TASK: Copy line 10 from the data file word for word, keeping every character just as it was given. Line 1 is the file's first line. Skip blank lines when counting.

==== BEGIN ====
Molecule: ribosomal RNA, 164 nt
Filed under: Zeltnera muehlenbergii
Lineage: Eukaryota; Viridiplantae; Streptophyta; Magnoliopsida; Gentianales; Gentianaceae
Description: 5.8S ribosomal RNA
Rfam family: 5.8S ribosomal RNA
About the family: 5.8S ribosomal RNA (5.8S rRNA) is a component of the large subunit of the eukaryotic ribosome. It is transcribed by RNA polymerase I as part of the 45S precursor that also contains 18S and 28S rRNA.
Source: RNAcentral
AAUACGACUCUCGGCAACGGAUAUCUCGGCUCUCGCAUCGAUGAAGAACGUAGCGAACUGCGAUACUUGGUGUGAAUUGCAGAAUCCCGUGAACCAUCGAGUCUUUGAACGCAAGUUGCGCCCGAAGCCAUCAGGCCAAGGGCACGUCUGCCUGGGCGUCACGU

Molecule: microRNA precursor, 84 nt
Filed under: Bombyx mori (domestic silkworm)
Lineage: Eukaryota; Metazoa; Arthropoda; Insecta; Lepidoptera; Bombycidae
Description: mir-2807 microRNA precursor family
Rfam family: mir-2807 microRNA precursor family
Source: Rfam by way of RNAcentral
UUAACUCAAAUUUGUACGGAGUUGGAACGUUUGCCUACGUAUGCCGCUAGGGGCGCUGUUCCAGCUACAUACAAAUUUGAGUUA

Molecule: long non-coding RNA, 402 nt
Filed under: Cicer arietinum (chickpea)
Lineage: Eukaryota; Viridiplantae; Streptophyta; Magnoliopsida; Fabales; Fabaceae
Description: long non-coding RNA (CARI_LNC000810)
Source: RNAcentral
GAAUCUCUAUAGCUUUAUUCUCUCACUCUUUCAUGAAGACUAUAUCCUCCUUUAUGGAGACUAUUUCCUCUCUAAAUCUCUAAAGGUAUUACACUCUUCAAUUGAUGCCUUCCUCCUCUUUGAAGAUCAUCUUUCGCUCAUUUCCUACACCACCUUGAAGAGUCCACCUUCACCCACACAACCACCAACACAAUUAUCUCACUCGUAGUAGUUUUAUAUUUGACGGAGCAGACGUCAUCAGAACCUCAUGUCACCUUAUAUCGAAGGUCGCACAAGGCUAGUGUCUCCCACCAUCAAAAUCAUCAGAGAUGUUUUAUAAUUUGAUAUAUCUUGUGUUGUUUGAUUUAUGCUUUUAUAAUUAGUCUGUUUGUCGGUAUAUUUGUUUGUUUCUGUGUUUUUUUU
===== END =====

Filed under: Bombyx mori (domestic silkworm)